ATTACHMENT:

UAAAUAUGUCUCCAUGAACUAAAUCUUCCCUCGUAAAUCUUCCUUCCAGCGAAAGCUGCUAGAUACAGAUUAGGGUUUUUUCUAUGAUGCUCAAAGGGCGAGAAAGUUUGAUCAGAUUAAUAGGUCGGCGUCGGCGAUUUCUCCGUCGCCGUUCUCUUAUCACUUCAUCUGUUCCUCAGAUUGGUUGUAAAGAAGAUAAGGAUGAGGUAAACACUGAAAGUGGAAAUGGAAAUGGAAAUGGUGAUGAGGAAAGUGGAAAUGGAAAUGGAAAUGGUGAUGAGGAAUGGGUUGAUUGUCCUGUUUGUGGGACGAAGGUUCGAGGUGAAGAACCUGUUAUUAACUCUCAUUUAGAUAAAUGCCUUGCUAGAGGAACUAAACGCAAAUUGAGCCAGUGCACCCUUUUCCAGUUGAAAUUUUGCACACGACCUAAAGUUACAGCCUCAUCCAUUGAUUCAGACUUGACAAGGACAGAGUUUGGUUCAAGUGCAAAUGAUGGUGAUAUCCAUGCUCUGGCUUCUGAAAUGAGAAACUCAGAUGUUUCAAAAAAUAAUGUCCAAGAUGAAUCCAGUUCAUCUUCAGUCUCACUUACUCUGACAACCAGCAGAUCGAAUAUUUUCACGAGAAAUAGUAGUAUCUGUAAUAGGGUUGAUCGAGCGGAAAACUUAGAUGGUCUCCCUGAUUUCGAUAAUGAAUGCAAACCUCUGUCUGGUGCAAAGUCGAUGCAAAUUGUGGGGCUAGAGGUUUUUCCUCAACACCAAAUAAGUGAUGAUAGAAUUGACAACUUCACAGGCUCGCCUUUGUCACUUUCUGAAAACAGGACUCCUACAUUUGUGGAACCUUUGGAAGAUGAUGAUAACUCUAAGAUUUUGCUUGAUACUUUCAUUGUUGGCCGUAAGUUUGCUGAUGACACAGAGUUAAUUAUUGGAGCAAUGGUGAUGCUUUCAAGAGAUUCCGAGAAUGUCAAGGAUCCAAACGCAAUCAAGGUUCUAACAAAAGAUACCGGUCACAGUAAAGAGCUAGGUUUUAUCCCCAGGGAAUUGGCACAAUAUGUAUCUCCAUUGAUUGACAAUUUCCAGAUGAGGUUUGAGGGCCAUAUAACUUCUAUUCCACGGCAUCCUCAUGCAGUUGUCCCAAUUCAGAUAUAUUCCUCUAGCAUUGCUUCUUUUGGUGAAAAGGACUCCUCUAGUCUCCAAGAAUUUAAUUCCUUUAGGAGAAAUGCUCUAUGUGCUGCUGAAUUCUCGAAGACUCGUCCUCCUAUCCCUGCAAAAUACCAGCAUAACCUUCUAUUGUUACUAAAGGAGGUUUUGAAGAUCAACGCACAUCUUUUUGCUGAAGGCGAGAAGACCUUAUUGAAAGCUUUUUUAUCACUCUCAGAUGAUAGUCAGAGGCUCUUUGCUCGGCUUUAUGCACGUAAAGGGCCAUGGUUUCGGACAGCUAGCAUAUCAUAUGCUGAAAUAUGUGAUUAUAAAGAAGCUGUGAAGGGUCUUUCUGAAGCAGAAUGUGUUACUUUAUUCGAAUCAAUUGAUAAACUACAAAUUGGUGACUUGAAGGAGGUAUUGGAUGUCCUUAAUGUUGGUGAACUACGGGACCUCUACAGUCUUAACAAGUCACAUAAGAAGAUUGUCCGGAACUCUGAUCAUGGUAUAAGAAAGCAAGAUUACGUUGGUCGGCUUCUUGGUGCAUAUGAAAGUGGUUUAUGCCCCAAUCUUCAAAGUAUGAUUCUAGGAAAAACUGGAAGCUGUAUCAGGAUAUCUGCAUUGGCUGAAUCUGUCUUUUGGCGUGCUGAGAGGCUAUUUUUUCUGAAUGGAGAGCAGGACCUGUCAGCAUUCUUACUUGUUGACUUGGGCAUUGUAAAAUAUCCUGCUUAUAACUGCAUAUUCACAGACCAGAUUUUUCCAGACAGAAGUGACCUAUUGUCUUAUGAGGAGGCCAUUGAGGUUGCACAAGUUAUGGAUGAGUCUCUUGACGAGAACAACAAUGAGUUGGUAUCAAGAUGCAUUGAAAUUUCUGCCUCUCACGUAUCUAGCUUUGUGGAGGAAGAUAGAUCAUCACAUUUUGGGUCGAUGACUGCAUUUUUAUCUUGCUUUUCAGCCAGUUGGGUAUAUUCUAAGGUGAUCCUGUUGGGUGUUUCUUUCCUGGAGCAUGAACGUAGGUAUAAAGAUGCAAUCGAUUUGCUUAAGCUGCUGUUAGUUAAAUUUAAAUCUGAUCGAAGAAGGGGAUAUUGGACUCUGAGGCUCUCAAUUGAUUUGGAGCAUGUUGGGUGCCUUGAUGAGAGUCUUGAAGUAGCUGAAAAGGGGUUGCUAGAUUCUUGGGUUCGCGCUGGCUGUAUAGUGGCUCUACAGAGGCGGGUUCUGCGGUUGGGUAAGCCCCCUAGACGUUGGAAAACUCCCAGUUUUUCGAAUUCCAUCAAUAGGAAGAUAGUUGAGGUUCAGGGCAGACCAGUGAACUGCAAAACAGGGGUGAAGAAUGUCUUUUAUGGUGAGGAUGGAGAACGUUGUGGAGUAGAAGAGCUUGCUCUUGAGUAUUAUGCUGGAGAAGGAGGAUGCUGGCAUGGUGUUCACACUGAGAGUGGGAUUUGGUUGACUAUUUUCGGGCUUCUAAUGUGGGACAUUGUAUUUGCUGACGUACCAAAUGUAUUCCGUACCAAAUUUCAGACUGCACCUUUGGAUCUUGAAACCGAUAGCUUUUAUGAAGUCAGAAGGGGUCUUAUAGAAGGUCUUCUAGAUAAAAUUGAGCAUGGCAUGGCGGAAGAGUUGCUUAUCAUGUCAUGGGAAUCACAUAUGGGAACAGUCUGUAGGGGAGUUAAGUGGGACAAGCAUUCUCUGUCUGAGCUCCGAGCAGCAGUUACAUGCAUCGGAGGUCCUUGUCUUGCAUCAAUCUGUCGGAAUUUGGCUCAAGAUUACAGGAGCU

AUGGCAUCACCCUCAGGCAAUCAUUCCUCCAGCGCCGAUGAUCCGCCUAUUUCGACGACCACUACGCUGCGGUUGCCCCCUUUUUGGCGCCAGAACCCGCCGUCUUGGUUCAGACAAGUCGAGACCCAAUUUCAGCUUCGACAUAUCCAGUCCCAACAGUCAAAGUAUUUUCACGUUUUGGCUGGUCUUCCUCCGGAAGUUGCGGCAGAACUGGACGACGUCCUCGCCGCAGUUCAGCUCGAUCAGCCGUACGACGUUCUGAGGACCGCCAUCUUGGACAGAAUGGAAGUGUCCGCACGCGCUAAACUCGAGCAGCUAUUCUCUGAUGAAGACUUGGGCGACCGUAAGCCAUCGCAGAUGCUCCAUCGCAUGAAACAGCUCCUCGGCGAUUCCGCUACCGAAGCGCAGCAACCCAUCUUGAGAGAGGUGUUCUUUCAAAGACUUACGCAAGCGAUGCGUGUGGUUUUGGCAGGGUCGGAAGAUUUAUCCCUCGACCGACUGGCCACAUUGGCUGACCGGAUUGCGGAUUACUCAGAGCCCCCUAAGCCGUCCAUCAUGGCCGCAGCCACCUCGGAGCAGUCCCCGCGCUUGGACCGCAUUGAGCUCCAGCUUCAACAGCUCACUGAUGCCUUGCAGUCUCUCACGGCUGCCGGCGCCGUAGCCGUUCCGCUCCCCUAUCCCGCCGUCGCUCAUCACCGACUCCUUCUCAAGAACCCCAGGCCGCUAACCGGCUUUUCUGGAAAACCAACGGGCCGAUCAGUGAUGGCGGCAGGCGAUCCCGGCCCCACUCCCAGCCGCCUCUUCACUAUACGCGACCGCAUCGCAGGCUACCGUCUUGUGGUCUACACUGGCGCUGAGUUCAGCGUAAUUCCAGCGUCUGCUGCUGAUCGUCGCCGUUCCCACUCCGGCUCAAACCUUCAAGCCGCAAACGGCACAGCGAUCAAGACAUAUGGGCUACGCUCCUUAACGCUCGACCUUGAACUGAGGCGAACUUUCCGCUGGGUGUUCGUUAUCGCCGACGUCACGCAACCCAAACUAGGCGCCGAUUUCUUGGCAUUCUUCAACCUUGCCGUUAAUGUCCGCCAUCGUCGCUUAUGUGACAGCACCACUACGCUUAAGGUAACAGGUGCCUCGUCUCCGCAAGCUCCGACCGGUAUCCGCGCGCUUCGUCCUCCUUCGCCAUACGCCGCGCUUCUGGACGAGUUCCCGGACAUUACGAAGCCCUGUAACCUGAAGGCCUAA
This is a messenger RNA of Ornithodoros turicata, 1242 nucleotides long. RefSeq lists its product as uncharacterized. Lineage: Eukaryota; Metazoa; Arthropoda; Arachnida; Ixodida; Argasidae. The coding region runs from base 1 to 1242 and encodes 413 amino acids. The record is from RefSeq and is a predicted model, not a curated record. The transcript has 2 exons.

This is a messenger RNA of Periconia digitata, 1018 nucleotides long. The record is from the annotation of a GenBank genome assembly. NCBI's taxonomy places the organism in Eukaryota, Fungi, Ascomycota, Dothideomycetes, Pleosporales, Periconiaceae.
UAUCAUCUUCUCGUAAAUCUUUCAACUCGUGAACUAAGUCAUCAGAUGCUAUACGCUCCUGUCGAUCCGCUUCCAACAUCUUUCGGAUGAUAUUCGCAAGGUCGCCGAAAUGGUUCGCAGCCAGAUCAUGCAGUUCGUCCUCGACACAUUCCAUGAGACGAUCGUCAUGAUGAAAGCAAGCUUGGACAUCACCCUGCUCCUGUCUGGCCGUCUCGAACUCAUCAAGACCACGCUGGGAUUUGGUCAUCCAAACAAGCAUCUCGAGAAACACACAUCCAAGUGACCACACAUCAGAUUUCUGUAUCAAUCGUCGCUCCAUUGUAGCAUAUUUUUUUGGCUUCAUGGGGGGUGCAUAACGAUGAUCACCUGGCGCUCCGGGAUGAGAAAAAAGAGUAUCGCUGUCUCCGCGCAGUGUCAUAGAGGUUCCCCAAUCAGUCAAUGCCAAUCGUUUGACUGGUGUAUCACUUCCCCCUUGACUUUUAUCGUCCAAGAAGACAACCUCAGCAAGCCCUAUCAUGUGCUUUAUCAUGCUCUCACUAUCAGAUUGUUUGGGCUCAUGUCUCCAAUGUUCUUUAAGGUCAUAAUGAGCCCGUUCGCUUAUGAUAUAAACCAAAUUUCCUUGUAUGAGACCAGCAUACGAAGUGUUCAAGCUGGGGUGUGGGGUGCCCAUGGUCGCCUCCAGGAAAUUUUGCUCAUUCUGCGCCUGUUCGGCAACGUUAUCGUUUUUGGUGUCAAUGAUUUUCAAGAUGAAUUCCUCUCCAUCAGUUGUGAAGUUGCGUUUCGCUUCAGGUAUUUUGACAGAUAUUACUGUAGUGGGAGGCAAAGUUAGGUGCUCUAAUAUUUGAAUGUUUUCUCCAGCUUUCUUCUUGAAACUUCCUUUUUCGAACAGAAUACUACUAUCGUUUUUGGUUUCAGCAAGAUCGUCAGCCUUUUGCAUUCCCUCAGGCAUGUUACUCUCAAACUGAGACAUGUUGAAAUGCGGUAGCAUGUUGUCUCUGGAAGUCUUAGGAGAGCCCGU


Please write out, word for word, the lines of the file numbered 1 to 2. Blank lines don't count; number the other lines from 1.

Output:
UAAAUAUGUCUCCAUGAACUAAAUCUUCCCUCGUAAAUCUUCCUUCCAGCGAAAGCUGCUAGAUACAGAUUAGGGUUUUUUCUAUGAUGCUCAAAGGGCGAGAAAGUUUGAUCAGAUUAAUAGGUCGGCGUCGGCGAUUUCUCCGUCGCCGUUCUCUUAUCACUUCAUCUGUUCCUCAGAUUGGUUGUAAAGAAGAUAAGGAUGAGGUAAACACUGAAAGUGGAAAUGGAAAUGGAAAUGGUGAUGAGGAAAGUGGAAAUGGAAAUGGAAAUGGUGAUGAGGAAUGGGUUGAUUGUCCUGUUUGUGGGACGAAGGUUCGAGGUGAAGAACCUGUUAUUAACUCUCAUUUAGAUAAAUGCCUUGCUAGAGGAACUAAACGCAAAUUGAGCCAGUGCACCCUUUUCCAGUUGAAAUUUUGCACACGACCUAAAGUUACAGCCUCAUCCAUUGAUUCAGACUUGACAAGGACAGAGUUUGGUUCAAGUGCAAAUGAUGGUGAUAUCCAUGCUCUGGCUUCUGAAAUGAGAAACUCAGAUGUUUCAAAAAAUAAUGUCCAAGAUGAAUCCAGUUCAUCUUCAGUCUCACUUACUCUGACAACCAGCAGAUCGAAUAUUUUCACGAGAAAUAGUAGUAUCUGUAAUAGGGUUGAUCGAGCGGAAAACUUAGAUGGUCUCCCUGAUUUCGAUAAUGAAUGCAAACCUCUGUCUGGUGCAAAGUCGAUGCAAAUUGUGGGGCUAGAGGUUUUUCCUCAACACCAAAUAAGUGAUGAUAGAAUUGACAACUUCACAGGCUCGCCUUUGUCACUUUCUGAAAACAGGACUCCUACAUUUGUGGAACCUUUGGAAGAUGAUGAUAACUCUAAGAUUUUGCUUGAUACUUUCAUUGUUGGCCGUAAGUUUGCUGAUGACACAGAGUUAAUUAUUGGAGCAAUGGUGAUGCUUUCAAGAGAUUCCGAGAAUGUCAAGGAUCCAAACGCAAUCAAGGUUCUAACAAAAGAUACCGGUCACAGUAAAGAGCUAGGUUUUAUCCCCAGGGAAUUGGCACAAUAUGUAUCUCCAUUGAUUGACAAUUUCCAGAUGAGGUUUGAGGGCCAUAUAACUUCUAUUCCACGGCAUCCUCAUGCAGUUGUCCCAAUUCAGAUAUAUUCCUCUAGCAUUGCUUCUUUUGGUGAAAAGGACUCCUCUAGUCUCCAAGAAUUUAAUUCCUUUAGGAGAAAUGCUCUAUGUGCUGCUGAAUUCUCGAAGACUCGUCCUCCUAUCCCUGCAAAAUACCAGCAUAACCUUCUAUUGUUACUAAAGGAGGUUUUGAAGAUCAACGCACAUCUUUUUGCUGAAGGCGAGAAGACCUUAUUGAAAGCUUUUUUAUCACUCUCAGAUGAUAGUCAGAGGCUCUUUGCUCGGCUUUAUGCACGUAAAGGGCCAUGGUUUCGGACAGCUAGCAUAUCAUAUGCUGAAAUAUGUGAUUAUAAAGAAGCUGUGAAGGGUCUUUCUGAAGCAGAAUGUGUUACUUUAUUCGAAUCAAUUGAUAAACUACAAAUUGGUGACUUGAAGGAGGUAUUGGAUGUCCUUAAUGUUGGUGAACUACGGGACCUCUACAGUCUUAACAAGUCACAUAAGAAGAUUGUCCGGAACUCUGAUCAUGGUAUAAGAAAGCAAGAUUACGUUGGUCGGCUUCUUGGUGCAUAUGAAAGUGGUUUAUGCCCCAAUCUUCAAAGUAUGAUUCUAGGAAAAACUGGAAGCUGUAUCAGGAUAUCUGCAUUGGCUGAAUCUGUCUUUUGGCGUGCUGAGAGGCUAUUUUUUCUGAAUGGAGAGCAGGACCUGUCAGCAUUCUUACUUGUUGACUUGGGCAUUGUAAAAUAUCCUGCUUAUAACUGCAUAUUCACAGACCAGAUUUUUCCAGACAGAAGUGACCUAUUGUCUUAUGAGGAGGCCAUUGAGGUUGCACAAGUUAUGGAUGAGUCUCUUGACGAGAACAACAAUGAGUUGGUAUCAAGAUGCAUUGAAAUUUCUGCCUCUCACGUAUCUAGCUUUGUGGAGGAAGAUAGAUCAUCACAUUUUGGGUCGAUGACUGCAUUUUUAUCUUGCUUUUCAGCCAGUUGGGUAUAUUCUAAGGUGAUCCUGUUGGGUGUUUCUUUCCUGGAGCAUGAACGUAGGUAUAAAGAUGCAAUCGAUUUGCUUAAGCUGCUGUUAGUUAAAUUUAAAUCUGAUCGAAGAAGGGGAUAUUGGACUCUGAGGCUCUCAAUUGAUUUGGAGCAUGUUGGGUGCCUUGAUGAGAGUCUUGAAGUAGCUGAAAAGGGGUUGCUAGAUUCUUGGGUUCGCGCUGGCUGUAUAGUGGCUCUACAGAGGCGGGUUCUGCGGUUGGGUAAGCCCCCUAGACGUUGGAAAACUCCCAGUUUUUCGAAUUCCAUCAAUAGGAAGAUAGUUGAGGUUCAGGGCAGACCAGUGAACUGCAAAACAGGGGUGAAGAAUGUCUUUUAUGGUGAGGAUGGAGAACGUUGUGGAGUAGAAGAGCUUGCUCUUGAGUAUUAUGCUGGAGAAGGAGGAUGCUGGCAUGGUGUUCACACUGAGAGUGGGAUUUGGUUGACUAUUUUCGGGCUUCUAAUGUGGGACAUUGUAUUUGCUGACGUACCAAAUGUAUUCCGUACCAAAUUUCAGACUGCACCUUUGGAUCUUGAAACCGAUAGCUUUUAUGAAGUCAGAAGGGGUCUUAUAGAAGGUCUUCUAGAUAAAAUUGAGCAUGGCAUGGCGGAAGAGUUGCUUAUCAUGUCAUGGGAAUCACAUAUGGGAACAGUCUGUAGGGGAGUUAAGUGGGACAAGCAUUCUCUGUCUGAGCUCCGAGCAGCAGUUACAUGCAUCGGAGGUCCUUGUCUUGCAUCAAUCUGUCGGAAUUUGGCUCAAGAUUACAGGAGCU

AUGGCAUCACCCUCAGGCAAUCAUUCCUCCAGCGCCGAUGAUCCGCCUAUUUCGACGACCACUACGCUGCGGUUGCCCCCUUUUUGGCGCCAGAACCCGCCGUCUUGGUUCAGACAAGUCGAGACCCAAUUUCAGCUUCGACAUAUCCAGUCCCAACAGUCAAAGUAUUUUCACGUUUUGGCUGGUCUUCCUCCGGAAGUUGCGGCAGAACUGGACGACGUCCUCGCCGCAGUUCAGCUCGAUCAGCCGUACGACGUUCUGAGGACCGCCAUCUUGGACAGAAUGGAAGUGUCCGCACGCGCUAAACUCGAGCAGCUAUUCUCUGAUGAAGACUUGGGCGACCGUAAGCCAUCGCAGAUGCUCCAUCGCAUGAAACAGCUCCUCGGCGAUUCCGCUACCGAAGCGCAGCAACCCAUCUUGAGAGAGGUGUUCUUUCAAAGACUUACGCAAGCGAUGCGUGUGGUUUUGGCAGGGUCGGAAGAUUUAUCCCUCGACCGACUGGCCACAUUGGCUGACCGGAUUGCGGAUUACUCAGAGCCCCCUAAGCCGUCCAUCAUGGCCGCAGCCACCUCGGAGCAGUCCCCGCGCUUGGACCGCAUUGAGCUCCAGCUUCAACAGCUCACUGAUGCCUUGCAGUCUCUCACGGCUGCCGGCGCCGUAGCCGUUCCGCUCCCCUAUCCCGCCGUCGCUCAUCACCGACUCCUUCUCAAGAACCCCAGGCCGCUAACCGGCUUUUCUGGAAAACCAACGGGCCGAUCAGUGAUGGCGGCAGGCGAUCCCGGCCCCACUCCCAGCCGCCUCUUCACUAUACGCGACCGCAUCGCAGGCUACCGUCUUGUGGUCUACACUGGCGCUGAGUUCAGCGUAAUUCCAGCGUCUGCUGCUGAUCGUCGCCGUUCCCACUCCGGCUCAAACCUUCAAGCCGCAAACGGCACAGCGAUCAAGACAUAUGGGCUACGCUCCUUAACGCUCGACCUUGAACUGAGGCGAACUUUCCGCUGGGUGUUCGUUAUCGCCGACGUCACGCAACCCAAACUAGGCGCCGAUUUCUUGGCAUUCUUCAACCUUGCCGUUAAUGUCCGCCAUCGUCGCUUAUGUGACAGCACCACUACGCUUAAGGUAACAGGUGCCUCGUCUCCGCAAGCUCCGACCGGUAUCCGCGCGCUUCGUCCUCCUUCGCCAUACGCCGCGCUUCUGGACGAGUUCCCGGACAUUACGAAGCCCUGUAACCUGAAGGCCUAA